Is the quarantine 14 days, 10 days, or 7 days? Do I need to put my spouse in quarantine because he was exposed but doesn’t know if he’s positive? Experts in the field of medicine attest to the fact.
GREENSBORO, N.C. (AP) —. — (VERIFY QUESTION
Information is continually changing in the COVID-19 period. As students return to school and companies reopen, more people will be exposed to COVID-19…and more issues about how to deal with it will arise.
Is it true that you must quarantine for a full 14 days after being exposed? True, unless you’re experiencing symptoms.
Is it true that you must quarantine yourself if you were recently exposed to someone else? In the vast majority of circumstances, this is incorrect.
- The CDC stands for the Centers for Disease Control and Prevention
- Medical School at MIT
- Wake Forest Baptist Infectious Diseases is led by Chris Ohl, MD
The 14-day post-exposure quarantine, which was formerly the rule of thumb among health experts, may no longer be essential. The CDC revised its guidelines in December, stating quarantine can end after day 10, without testing, if you are not showing any COVID-19 symptoms.. It might also conclude on day seven with a negative test performed on day five.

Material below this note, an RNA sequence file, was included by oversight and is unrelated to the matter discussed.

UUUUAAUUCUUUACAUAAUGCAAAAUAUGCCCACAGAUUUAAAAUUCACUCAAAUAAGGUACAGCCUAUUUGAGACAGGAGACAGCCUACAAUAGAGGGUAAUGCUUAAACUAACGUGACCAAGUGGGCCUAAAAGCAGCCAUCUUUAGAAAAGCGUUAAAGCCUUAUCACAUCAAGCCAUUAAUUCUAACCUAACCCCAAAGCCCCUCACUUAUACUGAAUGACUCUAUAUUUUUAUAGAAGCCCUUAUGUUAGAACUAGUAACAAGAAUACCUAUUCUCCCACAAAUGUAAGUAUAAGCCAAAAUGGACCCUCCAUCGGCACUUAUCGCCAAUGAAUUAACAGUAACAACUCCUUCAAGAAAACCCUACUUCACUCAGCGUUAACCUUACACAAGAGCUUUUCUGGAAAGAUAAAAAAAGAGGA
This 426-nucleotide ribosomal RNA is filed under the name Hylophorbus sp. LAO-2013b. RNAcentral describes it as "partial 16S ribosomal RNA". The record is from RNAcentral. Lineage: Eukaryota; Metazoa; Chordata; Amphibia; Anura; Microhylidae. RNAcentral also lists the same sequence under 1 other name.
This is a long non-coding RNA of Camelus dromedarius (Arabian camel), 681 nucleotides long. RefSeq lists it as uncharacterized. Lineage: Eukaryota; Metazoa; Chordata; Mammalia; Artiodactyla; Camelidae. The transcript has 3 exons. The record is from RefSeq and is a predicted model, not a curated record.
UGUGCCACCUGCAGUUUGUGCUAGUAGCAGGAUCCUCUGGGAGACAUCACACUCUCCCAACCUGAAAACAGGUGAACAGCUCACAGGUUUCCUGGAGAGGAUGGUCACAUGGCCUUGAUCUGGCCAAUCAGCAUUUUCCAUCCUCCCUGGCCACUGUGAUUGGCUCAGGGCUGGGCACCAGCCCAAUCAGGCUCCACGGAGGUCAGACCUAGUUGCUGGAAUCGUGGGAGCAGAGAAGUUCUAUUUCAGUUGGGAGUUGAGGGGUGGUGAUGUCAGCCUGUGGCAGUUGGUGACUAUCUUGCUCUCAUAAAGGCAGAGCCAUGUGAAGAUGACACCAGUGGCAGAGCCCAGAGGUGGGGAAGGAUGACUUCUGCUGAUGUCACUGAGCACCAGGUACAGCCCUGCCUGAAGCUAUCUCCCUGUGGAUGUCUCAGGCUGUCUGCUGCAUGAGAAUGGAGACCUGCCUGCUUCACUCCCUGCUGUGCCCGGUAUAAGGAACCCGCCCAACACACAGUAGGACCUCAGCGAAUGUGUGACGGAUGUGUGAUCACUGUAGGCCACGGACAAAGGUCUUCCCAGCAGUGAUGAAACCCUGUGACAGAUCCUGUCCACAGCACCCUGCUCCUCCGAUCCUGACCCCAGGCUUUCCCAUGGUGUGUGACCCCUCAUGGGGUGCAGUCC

But, infectious disease specialist Chris Ohl, MD, advised caution when it came to the reduced quarantine period.
&;The seven-day quarantine does carry the danger of you still testing positive after the quarantine period has ended. &;amp;amp;amp;amp;amp;amp;amp;amp;amp;amp;amp;amp;amp;amp;amp;amp;amp;amp;amp;amp;amp;amp;amp;amp;amp;amp;amp;amp;amp;amp;amp;amp;amp;amp;amp;amp;amp;amp;amp;amp;amp;amp;amp.
COVID-19 infected people are most contagious in the 24 to 48 hours before they develop symptoms, according to MIT research. Symptoms usually appear between days five and six after exposure. As a result, anyone transmitting the virus before two days after exposure is extremely unlikely. Thus, if you spend time with a friend who was just infected with the virus, you may not need to be concerned as long as you act immediately to distance yourself from that individual.
‘Because that’s an exposure to an exposure, we don’t normally isolate people in that situation. If your acquaintance tested positive and you were exposed to the positive individual, you would be quarantined for 14 days, 10 days, or possibly seven days, according to Dr. Ohl.
Picture this scenario: you’re enjoying dinner with your husband when he receives a call informing him that a coworker he saw earlier in the day has tested positive for COVID-19. Even if the co-worker had passed the virus to your husband (and it’s too early to detect it on a test), it is highly unlikely he could have given it to you that soon. He should, however, quarantine himself within 24 to 48 hours after exposure, at least until the results of a test on day five.
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